Figure 7. Sound module with recording and playback functions

It is quite costly to try making this module by yourself. It is surprising that one module can be purchased on major mail-order sites for as little as 2 US dollars. The module contains a non-volatile memory IC and a condenser microphone (ECM) for voice recording. It also comes with a speaker, so all you need to do is connect the power supply for 3 to 5 V. The module can record audio for 10 seconds. The module does not come with an instruction manual, but you can search the Internet for ISD1820 which will give you some hits.

The module measures 38 mm x 42.4 mm and weighs 12 g. The function of each button switch on the module is shown below.

[REC] button: While holding down, speak into the ECM to record for up to 10 seconds.
[PLAYE] button: Pushes once to play the recorded sound once.
[PLAYL] button: Plays back the recording for as long as you hold it down.

This module has I/O terminals that can be controlled externally, such as with an Arduino. The pre-recorded sound is played back once by changing the state of the P-E terminal from "L" to "H." This state change is performed by turning Q6 ON and OFF.

Figure 8. ISD1820 Sound module

Appearance of the sound machine

Since I could not find a suitable case, I installed it into a transparent plastic case that I had on hand. The reason for using the transparent plastic case is because a light sensing CdS cell is installed on the PCB. If a case that does not allow light to pass through is used, some ingenuity is required to install the CdS.

Figure 9. Appearance of the sound machine

Each part name

Figure 10. Individual part names

Modifying the external components

The ECM and mini flashlight are externally mounted, and the ECM is covered with thick heat-shrink tube to increase its strength. The mini flashlight was made by modifying a give-away flashlight that I got as a promotional item from Icom at a previous amateur radio exhibition. Both have a 50 cm cable with a 3.5 mm speaker plug installed.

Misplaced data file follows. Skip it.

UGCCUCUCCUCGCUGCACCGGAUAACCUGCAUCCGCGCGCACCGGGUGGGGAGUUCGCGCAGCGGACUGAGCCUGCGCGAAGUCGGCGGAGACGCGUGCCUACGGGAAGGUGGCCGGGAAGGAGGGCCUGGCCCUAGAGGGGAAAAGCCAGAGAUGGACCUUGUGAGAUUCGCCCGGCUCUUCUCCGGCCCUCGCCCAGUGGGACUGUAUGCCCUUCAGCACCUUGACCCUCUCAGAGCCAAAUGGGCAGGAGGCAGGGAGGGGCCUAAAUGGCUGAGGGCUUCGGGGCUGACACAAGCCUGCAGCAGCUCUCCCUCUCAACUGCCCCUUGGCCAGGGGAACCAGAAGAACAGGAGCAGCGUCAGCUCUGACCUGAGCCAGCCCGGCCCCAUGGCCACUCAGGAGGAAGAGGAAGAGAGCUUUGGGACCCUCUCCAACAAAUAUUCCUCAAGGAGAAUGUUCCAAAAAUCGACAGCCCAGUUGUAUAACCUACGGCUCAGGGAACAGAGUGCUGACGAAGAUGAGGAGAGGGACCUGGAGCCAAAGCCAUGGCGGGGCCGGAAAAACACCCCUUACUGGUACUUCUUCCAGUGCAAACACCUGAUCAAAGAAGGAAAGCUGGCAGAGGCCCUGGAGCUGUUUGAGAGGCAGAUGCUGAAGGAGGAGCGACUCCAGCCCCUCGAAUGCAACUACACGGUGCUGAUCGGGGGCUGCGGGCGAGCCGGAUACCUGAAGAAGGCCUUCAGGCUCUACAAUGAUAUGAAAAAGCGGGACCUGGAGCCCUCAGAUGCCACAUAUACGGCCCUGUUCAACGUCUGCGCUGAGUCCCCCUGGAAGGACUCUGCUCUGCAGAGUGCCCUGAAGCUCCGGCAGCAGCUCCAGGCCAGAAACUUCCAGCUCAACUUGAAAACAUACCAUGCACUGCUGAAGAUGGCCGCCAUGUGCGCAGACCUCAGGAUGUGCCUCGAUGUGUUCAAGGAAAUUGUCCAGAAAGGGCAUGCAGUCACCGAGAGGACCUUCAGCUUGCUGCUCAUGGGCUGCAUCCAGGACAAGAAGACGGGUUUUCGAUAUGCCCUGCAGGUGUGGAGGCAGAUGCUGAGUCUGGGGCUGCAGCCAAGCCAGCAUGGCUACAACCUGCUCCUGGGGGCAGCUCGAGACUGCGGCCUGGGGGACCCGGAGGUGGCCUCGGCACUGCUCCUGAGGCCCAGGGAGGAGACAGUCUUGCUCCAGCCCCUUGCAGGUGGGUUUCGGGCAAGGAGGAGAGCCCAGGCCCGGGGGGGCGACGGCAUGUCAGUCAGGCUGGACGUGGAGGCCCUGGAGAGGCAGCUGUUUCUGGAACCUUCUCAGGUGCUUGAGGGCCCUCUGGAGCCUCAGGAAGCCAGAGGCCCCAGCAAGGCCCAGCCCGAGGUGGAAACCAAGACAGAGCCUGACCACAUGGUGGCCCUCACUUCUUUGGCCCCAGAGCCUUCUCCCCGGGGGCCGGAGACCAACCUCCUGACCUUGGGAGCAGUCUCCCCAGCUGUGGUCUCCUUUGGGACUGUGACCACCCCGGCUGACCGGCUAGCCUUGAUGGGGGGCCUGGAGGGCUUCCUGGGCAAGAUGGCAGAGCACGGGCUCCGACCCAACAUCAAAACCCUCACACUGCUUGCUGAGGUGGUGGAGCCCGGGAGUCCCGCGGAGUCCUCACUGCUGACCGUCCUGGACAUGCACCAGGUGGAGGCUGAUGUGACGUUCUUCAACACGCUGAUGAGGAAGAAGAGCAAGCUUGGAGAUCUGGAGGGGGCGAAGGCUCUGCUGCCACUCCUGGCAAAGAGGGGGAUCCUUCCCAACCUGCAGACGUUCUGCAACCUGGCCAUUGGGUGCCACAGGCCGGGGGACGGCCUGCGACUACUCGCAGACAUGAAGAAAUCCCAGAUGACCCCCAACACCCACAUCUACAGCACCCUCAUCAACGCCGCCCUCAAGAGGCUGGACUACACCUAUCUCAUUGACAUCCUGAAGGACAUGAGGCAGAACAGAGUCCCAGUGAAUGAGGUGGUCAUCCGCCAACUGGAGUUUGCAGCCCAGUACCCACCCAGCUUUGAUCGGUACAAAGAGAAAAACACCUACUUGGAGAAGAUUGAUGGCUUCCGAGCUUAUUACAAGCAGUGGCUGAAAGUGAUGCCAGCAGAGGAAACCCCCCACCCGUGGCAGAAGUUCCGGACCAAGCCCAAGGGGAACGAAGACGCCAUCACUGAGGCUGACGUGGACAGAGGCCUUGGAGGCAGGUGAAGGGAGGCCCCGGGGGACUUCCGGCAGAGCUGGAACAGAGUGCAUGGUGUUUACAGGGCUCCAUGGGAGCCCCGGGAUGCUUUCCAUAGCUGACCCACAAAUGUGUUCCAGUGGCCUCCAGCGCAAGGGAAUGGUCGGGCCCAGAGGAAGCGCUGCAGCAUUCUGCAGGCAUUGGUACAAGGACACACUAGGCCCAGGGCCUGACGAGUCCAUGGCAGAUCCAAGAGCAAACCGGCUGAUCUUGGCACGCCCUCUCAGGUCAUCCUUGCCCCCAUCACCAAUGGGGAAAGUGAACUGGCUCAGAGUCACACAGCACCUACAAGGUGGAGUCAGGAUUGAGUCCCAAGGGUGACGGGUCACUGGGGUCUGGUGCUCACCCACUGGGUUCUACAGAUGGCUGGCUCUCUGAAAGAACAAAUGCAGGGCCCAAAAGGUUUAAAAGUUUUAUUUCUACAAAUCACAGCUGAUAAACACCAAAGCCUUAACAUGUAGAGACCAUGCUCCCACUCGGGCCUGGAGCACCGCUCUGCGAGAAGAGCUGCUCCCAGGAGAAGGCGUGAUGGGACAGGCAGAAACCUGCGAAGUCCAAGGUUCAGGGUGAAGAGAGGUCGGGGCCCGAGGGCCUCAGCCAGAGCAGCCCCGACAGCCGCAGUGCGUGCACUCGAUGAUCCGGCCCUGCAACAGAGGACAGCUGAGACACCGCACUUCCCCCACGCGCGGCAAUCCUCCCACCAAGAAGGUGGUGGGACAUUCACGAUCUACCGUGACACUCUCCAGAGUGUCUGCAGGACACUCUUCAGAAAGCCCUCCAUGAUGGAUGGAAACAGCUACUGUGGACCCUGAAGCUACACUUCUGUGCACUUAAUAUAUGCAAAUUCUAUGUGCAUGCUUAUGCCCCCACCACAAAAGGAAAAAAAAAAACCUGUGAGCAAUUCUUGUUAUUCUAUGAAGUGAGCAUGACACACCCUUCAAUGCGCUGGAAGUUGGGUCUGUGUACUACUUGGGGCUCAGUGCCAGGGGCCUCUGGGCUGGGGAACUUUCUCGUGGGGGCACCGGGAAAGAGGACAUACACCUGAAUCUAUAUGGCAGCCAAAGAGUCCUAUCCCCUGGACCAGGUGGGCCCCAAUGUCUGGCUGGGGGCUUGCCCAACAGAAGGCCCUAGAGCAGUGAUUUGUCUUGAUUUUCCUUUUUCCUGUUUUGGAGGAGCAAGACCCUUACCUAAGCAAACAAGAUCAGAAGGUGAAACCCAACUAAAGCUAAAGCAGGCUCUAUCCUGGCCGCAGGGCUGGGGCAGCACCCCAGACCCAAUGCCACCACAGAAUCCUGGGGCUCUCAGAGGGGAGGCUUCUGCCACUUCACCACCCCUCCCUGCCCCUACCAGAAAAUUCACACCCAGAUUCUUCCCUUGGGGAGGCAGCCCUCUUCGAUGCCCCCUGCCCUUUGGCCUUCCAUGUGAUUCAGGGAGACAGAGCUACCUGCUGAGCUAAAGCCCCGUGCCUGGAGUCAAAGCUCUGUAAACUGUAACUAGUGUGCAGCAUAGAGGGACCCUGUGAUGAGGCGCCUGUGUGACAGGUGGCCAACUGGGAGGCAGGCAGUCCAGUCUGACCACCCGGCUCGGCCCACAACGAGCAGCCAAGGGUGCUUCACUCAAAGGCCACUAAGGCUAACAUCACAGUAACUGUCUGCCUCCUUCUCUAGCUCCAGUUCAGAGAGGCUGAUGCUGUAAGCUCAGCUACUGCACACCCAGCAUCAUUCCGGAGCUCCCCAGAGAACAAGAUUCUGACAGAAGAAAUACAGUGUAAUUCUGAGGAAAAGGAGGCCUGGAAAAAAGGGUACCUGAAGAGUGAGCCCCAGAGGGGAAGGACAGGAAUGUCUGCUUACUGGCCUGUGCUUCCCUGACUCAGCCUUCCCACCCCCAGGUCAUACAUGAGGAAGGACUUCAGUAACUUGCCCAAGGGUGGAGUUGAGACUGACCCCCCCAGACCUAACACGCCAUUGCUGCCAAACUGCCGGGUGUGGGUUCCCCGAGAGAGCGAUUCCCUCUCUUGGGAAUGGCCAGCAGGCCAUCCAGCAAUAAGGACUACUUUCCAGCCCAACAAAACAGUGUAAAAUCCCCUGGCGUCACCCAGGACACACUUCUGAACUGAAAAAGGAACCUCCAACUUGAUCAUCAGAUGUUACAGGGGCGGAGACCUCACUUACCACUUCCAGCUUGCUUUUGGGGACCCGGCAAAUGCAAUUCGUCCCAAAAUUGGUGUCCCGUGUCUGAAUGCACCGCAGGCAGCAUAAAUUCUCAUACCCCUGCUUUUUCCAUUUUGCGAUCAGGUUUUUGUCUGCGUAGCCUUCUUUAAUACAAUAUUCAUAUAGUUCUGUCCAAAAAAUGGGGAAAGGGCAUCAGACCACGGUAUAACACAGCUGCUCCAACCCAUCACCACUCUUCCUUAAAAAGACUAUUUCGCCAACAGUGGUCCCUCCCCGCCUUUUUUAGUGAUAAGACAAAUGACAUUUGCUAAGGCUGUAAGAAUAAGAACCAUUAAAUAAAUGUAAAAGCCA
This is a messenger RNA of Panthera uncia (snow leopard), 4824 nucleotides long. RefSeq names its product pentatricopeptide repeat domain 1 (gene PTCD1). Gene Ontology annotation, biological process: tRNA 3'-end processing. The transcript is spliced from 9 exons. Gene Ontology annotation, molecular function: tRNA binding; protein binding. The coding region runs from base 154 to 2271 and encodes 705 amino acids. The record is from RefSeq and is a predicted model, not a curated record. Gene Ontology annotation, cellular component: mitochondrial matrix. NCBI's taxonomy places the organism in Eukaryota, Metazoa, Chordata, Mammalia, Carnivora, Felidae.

Figure 11. External ECM and modified mini flashlight

Modifying the external components

I mounted the sound machine on the bottom of the mailbox with strong double-sided tape. The ECM and the mini flashlight are mounted inside the mailbox through a gap and with cables running through it. The ECM was mounted with double-sided tape near the mailbox cover so that it would detect the sound when the cover is opened.

Figure 12. Mounting the sound machine


Adjust R5 so that the device works reliably with a sound when the mailbox cover is opened because the device may work by picking up ambient sounds, even if no one opens the mailbox. If the sensitivity is poor, switch SW2 to GAIN = 200.

After many test runs, the sound machine worked perfectly. When the sound machine runs perfectly, the newspaper delivery people will hear "Good morning and thank you for everything.” when they put the newspaper into the mailbox.

One morning when it was still dark outside, I heard the sound of a newspaper delivery motorcycle. As soon as he stopped in front of our house and put the newspaper in the mailbox, the machine said, "Good morning. Thank you for everything.” I heard the greeting from inside the house. Now, I am wondering what the newspaper delivery person thought about my greeting.